Like a lot of footwear from Italian manufacturers, Zamberlan boots have a reputation for being fairly narrow. However, the Baltoros aren’t as narrow as some other Zamberlan models, though unlike others there is no wide fitting available. What this means is that we’d definitely recommend trying before you buy (advice that applies to all outdoor footwear but is particularly important with stiff leather boots). 


Although it’s really designed for Alpine trekking, we discovered that the Baltoro also works well for adventures elsewhere, including UK mountain honeypots like the Scottish Highlands, Snowdonia in North Wales or the English Lake District.

That stiffened midsole and high cuff offer plenty of support – ideal when crossing broken ground or traversing steep slopes, even in snow. They feel very stable on rough and uneven terrain.

The Vibram Mulaz outsole is also a proven pattern that offers good traction thanks to well-spaced lugs and a pronounced heel brake, with a front climbing zone designed to help when edging on rock. 

They aren’t the lightest boots – if you’re looking for a pair of Zamberlans with a lower overall weight, take a look at the Baltoro Lite – which means they perhaps don’t feel quite as agile as some other B1/B2 boots in this class. On the other hand, they aren’t too clumpy either, with a fairly narrow profile that gives enough precision for more technical scrambling and climbing moves.

Zamberlan 1000 Baltoro

Hand made for your feet (Image credit: Matthew Jones)


Many mountaineers prefer all-leather boots for their warmth and protection, and the Baltoros are a perfect example of a boot that delivers both. The high-quality uppers fend off almost anything you’re likely to accidentally come into contact with out there in the mountains, enabling you to kick snow steps or surf scree slopes without concern.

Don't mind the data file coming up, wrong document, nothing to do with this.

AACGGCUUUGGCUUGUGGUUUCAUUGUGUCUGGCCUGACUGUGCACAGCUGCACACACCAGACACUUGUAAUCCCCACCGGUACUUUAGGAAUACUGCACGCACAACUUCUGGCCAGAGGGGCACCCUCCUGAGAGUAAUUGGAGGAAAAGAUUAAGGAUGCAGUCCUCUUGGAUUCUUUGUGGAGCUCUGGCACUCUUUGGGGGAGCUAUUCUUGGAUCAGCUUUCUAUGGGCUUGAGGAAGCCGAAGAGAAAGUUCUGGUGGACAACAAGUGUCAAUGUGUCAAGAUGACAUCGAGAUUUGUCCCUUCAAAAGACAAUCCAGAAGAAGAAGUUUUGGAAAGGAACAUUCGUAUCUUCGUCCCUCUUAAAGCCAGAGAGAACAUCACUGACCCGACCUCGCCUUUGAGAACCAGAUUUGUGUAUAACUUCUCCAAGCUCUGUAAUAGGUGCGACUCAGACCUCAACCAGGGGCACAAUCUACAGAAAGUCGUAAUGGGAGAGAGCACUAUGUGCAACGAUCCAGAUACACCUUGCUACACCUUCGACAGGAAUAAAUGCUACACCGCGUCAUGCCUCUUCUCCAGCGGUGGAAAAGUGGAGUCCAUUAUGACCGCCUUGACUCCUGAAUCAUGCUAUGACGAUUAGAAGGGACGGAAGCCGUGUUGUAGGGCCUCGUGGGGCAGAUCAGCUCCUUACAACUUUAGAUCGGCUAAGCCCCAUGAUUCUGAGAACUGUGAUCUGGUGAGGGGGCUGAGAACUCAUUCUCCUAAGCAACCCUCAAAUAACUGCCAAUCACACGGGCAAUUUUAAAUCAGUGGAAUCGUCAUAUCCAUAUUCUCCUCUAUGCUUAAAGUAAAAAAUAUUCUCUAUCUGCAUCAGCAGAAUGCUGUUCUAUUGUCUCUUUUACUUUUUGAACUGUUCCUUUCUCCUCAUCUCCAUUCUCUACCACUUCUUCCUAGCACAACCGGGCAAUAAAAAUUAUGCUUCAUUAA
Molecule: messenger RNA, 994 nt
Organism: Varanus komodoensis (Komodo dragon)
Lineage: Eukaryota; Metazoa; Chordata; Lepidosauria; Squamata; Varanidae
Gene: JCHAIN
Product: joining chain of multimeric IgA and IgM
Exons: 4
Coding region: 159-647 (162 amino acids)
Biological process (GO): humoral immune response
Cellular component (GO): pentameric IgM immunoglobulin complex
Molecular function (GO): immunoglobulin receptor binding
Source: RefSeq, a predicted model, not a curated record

In addition, the Gore-Tex lining ensures reliable waterproof protection. The heavy leather uppers means we can’t pretend they breathe superbly well, but they certainly feel no warmer than most leather B2s – and in the colder seasons, you’ll appreciate a little added insulating performance anyway.


Zamberlan boots are known for their build quality, and we’ve seen pairs on the feet of seasoned Alpinists in places like the Spanish Pyrenees and Italian Alps that are clearly of a certain vintage, yet still going strong. There’s no reason to think the Baltoros would be any different – it’s a sturdy and well-made boot utilising premium materials and demonstrating the care and attention that only comes from decades of bootmaking expertise. Like all Zamberlan boots, this model is hand-made in Italy. 

Matthew Jones

An outdoors writer and editor, Matt Jones has been testing kit in the field for nearly a decade. Having worked for both the Ramblers and the Scouts, he knows one or two things about walking and camping, and loves all things adventure, particularly long-distance backpacking, wild camping and climbing mountains – especially in Wales. He’s based in Snowdonia and last year thru-hiked the Cambrian Way, which runs for 298 miles from Cardiff to Conwy, with a total ascent of 73,700 feet – that’s nearly 2½ times the height of Everest. Follow Matt on Instagram and Twitter.